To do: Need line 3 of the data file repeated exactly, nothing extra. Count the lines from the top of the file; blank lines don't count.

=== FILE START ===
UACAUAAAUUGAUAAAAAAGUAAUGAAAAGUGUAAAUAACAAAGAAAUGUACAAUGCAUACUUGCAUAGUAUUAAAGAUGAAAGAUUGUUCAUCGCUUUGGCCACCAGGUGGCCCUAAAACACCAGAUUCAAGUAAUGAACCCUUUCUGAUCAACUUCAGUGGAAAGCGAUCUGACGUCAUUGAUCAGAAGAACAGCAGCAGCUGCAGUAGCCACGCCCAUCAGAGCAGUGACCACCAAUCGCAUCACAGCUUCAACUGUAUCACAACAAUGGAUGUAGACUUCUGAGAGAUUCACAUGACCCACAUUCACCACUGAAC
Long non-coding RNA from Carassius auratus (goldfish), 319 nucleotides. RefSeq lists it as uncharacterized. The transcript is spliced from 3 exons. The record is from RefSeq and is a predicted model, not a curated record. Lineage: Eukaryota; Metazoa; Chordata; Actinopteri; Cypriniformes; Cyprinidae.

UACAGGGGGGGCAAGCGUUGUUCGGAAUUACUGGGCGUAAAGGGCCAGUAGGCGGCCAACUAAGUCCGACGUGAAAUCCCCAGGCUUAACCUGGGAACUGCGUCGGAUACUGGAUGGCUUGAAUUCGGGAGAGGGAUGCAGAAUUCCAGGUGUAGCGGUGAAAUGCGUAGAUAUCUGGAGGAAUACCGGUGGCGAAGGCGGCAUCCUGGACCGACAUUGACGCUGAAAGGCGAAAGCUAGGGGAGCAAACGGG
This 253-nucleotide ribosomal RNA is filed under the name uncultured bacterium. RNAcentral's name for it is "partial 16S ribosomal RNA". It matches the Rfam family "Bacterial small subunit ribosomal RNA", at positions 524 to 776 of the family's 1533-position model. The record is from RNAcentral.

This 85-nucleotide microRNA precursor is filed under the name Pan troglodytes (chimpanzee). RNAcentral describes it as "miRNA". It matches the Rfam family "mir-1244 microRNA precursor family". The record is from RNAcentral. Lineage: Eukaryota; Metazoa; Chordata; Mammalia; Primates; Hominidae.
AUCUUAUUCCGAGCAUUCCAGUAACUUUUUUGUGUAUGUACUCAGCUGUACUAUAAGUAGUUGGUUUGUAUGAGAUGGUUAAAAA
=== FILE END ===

UACAGGGGGGGCAAGCGUUGUUCGGAAUUACUGGGCGUAAAGGGCCAGUAGGCGGCCAACUAAGUCCGACGUGAAAUCCCCAGGCUUAACCUGGGAACUGCGUCGGAUACUGGAUGGCUUGAAUUCGGGAGAGGGAUGCAGAAUUCCAGGUGUAGCGGUGAAAUGCGUAGAUAUCUGGAGGAAUACCGGUGGCGAAGGCGGCAUCCUGGACCGACAUUGACGCUGAAAGGCGAAAGCUAGGGGAGCAAACGGG